Assessing left ventricular diastolic performance is not only very important for the diagnosis of HFpEF, but also in that diastolic dysfunction contributes to heart failure with reduced systolic function. However, since “diastolic performance” is the product of a complex interaction of different factors in the diastolic phase, no unified parameter of diastolic performance can be established. Therefore, the non-invasive assessment of left ventricular diastolic performance is a far from easy task.

The European Society of Cardiology and the American College of Cardiology suggested a diagnostic strategy for HFpEF using E/e′ as the non-invasive diagnostic parameter [6, 22], because it closely correlates with the left ventricular filling pressure [17, 37, 38]. Passive filling of inflows into the left ventricle is determined by left ventricular stiffness and compliance. The earliest finding of diastolic dysfunction appears as a decrement of the ratio of early diastolic filling velocity (E) to atrial filling velocity (A), reflecting a relaxation delay of the left ventricular muscle. With further progression of diastolic dysfunction, increased LVEDP becomes evident. In clinical studies, it is clear that E/e′ correlates well with LVEDP [17, 19, 20, 39].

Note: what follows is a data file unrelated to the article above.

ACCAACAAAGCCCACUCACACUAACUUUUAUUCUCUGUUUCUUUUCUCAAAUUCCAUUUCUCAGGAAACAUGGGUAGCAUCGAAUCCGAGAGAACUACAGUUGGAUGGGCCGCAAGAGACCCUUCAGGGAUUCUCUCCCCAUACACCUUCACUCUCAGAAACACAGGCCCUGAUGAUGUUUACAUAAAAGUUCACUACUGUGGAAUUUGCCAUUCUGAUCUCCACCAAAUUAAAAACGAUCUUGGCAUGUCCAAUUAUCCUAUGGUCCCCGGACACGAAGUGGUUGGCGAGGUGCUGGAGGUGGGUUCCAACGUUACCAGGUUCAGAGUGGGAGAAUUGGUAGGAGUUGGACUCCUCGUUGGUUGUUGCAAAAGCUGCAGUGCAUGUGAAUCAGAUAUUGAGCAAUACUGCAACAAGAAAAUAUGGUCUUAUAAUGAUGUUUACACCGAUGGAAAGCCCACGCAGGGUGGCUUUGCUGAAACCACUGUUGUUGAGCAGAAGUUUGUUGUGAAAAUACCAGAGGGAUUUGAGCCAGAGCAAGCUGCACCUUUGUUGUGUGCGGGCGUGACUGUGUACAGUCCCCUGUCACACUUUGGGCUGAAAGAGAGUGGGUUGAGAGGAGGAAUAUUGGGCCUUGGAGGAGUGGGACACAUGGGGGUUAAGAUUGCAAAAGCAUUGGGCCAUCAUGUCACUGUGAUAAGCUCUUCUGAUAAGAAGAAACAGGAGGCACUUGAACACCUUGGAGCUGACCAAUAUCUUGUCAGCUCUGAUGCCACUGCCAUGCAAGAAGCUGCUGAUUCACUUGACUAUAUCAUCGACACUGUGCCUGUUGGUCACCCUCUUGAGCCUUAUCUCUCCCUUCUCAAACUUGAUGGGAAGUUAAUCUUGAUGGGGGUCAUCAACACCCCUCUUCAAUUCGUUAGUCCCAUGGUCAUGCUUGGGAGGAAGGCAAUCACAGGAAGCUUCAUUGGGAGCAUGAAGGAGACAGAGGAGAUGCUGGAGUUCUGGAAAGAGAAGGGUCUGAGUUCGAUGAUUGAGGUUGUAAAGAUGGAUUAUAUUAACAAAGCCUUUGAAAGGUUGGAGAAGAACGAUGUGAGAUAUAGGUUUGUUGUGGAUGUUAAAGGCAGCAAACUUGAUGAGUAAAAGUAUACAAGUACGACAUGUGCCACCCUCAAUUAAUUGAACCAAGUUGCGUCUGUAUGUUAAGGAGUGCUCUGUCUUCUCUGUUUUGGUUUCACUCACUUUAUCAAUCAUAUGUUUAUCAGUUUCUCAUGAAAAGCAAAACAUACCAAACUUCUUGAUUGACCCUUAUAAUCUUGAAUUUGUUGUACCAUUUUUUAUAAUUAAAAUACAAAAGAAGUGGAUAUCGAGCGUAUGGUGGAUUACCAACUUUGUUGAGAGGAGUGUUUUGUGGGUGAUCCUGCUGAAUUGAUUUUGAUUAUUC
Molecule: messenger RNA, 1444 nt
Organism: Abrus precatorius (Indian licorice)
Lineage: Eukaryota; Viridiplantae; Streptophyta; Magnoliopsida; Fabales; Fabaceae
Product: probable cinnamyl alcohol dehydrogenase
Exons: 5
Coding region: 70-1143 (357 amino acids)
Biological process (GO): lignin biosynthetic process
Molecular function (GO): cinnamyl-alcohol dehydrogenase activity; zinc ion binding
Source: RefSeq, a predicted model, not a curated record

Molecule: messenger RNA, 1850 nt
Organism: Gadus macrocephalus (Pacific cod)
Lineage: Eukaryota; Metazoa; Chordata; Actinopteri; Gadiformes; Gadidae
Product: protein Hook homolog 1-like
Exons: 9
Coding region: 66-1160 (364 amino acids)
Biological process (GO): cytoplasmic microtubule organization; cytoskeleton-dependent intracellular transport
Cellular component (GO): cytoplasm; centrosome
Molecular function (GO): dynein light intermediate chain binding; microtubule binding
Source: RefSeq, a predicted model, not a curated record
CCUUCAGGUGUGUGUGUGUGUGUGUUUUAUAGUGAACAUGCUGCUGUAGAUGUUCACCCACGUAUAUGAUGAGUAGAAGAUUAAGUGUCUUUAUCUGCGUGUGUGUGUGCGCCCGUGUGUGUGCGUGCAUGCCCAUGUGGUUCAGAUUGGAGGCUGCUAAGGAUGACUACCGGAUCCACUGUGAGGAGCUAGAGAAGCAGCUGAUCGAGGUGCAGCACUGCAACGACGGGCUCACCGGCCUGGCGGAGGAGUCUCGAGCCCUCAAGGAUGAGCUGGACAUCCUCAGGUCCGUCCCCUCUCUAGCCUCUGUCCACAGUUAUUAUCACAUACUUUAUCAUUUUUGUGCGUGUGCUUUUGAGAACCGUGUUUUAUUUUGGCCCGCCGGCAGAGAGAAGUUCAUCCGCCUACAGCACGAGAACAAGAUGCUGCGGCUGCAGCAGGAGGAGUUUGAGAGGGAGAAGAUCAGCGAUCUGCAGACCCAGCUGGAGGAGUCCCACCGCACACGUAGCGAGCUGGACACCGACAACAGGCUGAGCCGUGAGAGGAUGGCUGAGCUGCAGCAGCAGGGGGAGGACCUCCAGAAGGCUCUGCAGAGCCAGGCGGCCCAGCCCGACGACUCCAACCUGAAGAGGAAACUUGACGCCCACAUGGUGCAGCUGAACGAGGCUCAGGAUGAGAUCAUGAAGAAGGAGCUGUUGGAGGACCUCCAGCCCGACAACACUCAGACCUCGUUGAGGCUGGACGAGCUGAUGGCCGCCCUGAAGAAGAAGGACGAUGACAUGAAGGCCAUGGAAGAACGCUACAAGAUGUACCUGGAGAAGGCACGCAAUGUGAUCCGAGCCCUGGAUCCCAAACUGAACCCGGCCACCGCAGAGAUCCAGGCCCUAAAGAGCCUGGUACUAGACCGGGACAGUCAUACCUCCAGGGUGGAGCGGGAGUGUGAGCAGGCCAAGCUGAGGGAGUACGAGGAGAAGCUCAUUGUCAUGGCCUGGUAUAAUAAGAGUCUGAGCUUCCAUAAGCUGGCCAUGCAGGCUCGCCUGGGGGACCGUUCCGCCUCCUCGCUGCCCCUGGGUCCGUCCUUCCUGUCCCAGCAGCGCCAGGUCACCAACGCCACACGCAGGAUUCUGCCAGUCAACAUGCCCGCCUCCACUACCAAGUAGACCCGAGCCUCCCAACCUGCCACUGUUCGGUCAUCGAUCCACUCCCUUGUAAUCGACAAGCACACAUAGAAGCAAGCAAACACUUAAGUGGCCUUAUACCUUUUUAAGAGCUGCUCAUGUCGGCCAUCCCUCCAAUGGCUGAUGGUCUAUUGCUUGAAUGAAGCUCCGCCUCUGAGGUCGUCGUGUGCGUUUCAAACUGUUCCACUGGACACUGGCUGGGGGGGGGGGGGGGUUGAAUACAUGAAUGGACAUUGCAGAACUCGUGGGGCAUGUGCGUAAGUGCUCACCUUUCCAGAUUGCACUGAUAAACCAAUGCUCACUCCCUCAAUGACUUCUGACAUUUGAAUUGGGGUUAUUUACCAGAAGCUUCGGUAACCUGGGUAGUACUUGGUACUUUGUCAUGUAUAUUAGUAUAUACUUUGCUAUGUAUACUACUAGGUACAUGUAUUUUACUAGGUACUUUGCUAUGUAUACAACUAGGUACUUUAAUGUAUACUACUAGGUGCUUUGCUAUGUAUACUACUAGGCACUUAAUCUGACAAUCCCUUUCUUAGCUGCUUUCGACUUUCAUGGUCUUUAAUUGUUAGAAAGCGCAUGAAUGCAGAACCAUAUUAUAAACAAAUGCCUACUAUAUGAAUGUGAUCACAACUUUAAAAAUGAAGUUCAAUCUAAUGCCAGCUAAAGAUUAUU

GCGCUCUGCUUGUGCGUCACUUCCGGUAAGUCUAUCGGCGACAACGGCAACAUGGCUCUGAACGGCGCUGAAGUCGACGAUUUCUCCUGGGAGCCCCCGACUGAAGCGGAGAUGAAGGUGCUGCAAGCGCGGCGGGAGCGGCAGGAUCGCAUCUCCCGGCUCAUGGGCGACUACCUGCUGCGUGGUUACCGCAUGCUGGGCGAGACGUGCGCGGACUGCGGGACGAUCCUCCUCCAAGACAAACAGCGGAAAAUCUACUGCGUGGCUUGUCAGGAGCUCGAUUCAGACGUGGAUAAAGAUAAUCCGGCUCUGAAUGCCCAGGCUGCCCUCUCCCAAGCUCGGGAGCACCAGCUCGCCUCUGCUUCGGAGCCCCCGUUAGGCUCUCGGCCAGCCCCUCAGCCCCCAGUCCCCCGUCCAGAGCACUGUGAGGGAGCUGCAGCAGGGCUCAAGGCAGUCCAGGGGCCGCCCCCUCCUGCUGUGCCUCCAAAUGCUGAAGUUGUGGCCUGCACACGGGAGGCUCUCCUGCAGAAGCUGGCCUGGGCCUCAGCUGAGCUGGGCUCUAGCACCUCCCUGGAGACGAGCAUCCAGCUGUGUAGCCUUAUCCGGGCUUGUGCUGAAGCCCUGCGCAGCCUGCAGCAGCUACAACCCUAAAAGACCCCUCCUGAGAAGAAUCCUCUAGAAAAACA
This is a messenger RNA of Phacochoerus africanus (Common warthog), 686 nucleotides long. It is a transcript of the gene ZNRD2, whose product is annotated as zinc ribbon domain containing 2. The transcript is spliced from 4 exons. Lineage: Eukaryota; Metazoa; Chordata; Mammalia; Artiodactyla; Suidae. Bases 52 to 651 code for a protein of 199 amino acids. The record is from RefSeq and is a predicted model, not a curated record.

τ, which is the time constant of the descending limb of the left ventricular pressure curve, is a standard parameter of left ventricular relaxation; relaxation disorders result in the prolongation of τ. HFpEF patients with active relaxation disorders show prolonged τ, and τ also correlates well with E/e′ [20].

Parameters of left ventricular diastolic performance established invasively, such as LVEDP or τ, and non-invasively measured E/e′ are clearly assessed by different methodologies. Invasive parameters are obtained from the measurement of left ventricular pressure during isovolumetric relaxation or the rapid filling phase, whereas the E/e′ ratio is obtained by measuring the mitral annular velocity during the rapid filling phase. These differences influence the correlation between invasive parameters and the value of E/e′. It has been reported that various clinical features contribute to decreasing the strength of this correlation [19, 39]. Ommen et al. [17] pointed out that the correlation coefficient between E/e′ and LVEDP varies depending on the LVEF. Another report suggested the possibility that underlying cardiac conditions influence the correlation between E/e′ and LVEDP, recognized in differences between primary and secondary mitral regurgitation [24]. The correlation between E/e′ and τ might be less stable under certain clinical conditions, but this remains controversial [17, 20, 4042].